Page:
Welcome, please sign in
Follow DJO on Facebook Follow DJO on Twitter

Register with DJO to receive personalized updates.

If you're already a
member, please sign in.

Unilateral pigmented paravenous retinochoroidal atrophy
Dec 2, 2019
Volume 25, Number 4
Jorge Moreira, MD | Department of Ophthalmology, Hospital Pedro Hispano, Porto, Portugal
Rui Carvaho, MD | Department of Ophthalmology, Hospital Pedro Hispano, Porto, Portugal
A 55-year-old man presented at the Hospital Pedro Hispano, Porto, with a complaint of low visual acuity in his left eye of several years’ duration. He denied other visual symptoms. His ocular history was unremarkable, and there was no family history of eye disease. On examination, his best-corrected visual acuity was 20/20 in the right eye and 20/50 in the left eye at presentation. Slit-lamp examination revealed a mild cataract in the left eye. Fundus examination of the left eye showed bone-spicule pigmentation associated with retinochoroidal atrophy along the retinal veins, sparing the macula and with no signs of inflammation. Right eye examination was unremarkable (A). The characteristic fundus appearance of the left eye (B) was consistent with a diagnosis of unilateral pigmented paravenous retinochoroidal atrophy. Red-free fundus photography (C) and fluorescein angiography (D, early phase) of left eye highlighted these findings. (In panels A, B, and C there is an artifact in the perifoveal region.) Pigmented paravenous retinochoroidal atrophy is a rare disease of unknown etiology. Patients are usually asymptomatic. The disease is nonprogressive or slowly progressive and is commonly bilateral and symmetric.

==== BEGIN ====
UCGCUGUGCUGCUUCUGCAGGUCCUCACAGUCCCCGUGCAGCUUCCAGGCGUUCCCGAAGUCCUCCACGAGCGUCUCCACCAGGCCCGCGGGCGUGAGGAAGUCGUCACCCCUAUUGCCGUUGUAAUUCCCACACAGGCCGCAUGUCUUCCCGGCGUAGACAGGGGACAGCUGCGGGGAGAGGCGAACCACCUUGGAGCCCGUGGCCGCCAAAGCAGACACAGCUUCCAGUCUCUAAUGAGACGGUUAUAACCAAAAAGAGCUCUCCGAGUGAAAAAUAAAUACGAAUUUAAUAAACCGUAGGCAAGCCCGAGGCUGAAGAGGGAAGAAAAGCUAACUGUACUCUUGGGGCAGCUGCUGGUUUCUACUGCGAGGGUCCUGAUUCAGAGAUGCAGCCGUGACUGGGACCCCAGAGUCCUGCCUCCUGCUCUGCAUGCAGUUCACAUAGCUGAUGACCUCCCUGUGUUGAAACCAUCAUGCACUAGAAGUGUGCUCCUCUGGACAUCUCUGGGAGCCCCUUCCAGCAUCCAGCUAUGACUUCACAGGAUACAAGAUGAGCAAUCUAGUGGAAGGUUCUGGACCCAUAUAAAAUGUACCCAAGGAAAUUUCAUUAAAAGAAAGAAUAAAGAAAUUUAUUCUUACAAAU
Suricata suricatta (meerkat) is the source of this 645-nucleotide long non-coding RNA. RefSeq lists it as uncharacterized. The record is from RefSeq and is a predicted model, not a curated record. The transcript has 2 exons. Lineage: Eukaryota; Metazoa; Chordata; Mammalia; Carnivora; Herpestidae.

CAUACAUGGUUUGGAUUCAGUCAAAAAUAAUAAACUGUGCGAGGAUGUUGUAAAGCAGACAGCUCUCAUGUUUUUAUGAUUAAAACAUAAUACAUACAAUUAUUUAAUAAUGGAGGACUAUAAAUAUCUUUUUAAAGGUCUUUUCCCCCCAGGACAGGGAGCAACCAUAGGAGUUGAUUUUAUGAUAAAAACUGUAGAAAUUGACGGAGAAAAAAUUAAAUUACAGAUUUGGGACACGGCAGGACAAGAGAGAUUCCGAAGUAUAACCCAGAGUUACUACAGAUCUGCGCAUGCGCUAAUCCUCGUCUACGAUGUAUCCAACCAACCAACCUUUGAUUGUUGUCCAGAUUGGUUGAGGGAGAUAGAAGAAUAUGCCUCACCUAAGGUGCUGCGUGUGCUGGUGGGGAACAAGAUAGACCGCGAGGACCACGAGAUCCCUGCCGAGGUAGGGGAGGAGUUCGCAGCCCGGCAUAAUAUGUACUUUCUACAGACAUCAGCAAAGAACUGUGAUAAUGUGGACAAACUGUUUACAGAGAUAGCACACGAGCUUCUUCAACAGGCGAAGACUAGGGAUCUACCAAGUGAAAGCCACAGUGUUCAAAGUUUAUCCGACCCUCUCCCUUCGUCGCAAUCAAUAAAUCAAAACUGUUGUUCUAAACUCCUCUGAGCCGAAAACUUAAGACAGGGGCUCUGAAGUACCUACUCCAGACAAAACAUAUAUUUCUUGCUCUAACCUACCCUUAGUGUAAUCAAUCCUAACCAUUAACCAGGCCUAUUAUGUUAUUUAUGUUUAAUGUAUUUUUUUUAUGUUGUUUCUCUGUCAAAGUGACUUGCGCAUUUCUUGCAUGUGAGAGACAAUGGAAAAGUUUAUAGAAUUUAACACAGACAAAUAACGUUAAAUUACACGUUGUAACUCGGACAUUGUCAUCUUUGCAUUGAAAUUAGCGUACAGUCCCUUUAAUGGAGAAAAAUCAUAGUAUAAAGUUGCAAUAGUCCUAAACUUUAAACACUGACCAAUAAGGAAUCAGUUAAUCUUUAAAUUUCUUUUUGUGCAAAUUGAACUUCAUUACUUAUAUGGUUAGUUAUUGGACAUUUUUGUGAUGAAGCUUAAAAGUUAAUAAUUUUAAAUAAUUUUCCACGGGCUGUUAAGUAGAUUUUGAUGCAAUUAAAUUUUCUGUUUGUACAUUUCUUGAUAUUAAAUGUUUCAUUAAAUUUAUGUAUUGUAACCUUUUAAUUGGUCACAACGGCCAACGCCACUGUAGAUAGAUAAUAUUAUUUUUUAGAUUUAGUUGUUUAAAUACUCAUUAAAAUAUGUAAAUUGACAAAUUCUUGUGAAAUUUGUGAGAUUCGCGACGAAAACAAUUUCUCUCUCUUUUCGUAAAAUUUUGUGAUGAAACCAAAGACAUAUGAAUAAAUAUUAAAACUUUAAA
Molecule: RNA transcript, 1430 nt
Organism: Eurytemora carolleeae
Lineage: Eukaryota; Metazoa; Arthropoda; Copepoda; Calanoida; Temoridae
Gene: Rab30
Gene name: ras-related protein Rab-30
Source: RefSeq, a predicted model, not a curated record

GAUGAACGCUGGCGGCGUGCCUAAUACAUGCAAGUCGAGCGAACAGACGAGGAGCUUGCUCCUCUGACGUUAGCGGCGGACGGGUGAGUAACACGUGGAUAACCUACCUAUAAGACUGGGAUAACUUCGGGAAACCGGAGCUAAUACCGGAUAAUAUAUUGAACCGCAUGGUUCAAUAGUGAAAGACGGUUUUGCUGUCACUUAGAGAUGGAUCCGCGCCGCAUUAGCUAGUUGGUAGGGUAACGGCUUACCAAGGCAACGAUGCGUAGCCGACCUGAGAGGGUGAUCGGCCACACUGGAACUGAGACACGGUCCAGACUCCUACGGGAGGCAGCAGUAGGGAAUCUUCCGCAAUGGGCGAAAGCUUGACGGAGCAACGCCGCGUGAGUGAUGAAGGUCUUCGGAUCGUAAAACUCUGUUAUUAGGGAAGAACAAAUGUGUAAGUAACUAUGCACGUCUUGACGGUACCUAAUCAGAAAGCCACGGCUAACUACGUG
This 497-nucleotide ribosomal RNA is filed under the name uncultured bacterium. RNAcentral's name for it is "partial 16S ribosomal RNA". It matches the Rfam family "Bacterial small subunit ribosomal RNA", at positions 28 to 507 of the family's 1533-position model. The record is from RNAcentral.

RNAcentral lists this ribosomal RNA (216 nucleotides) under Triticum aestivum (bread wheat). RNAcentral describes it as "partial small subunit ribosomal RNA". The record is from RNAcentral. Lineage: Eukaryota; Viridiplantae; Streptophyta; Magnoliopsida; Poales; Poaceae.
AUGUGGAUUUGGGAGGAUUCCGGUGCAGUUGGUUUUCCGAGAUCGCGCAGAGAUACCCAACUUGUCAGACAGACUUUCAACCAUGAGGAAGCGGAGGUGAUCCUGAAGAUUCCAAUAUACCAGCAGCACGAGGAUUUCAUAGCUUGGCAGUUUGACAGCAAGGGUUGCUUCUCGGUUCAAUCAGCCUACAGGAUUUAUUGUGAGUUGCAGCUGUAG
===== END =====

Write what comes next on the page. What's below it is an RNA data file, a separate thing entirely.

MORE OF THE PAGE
Back to DJO images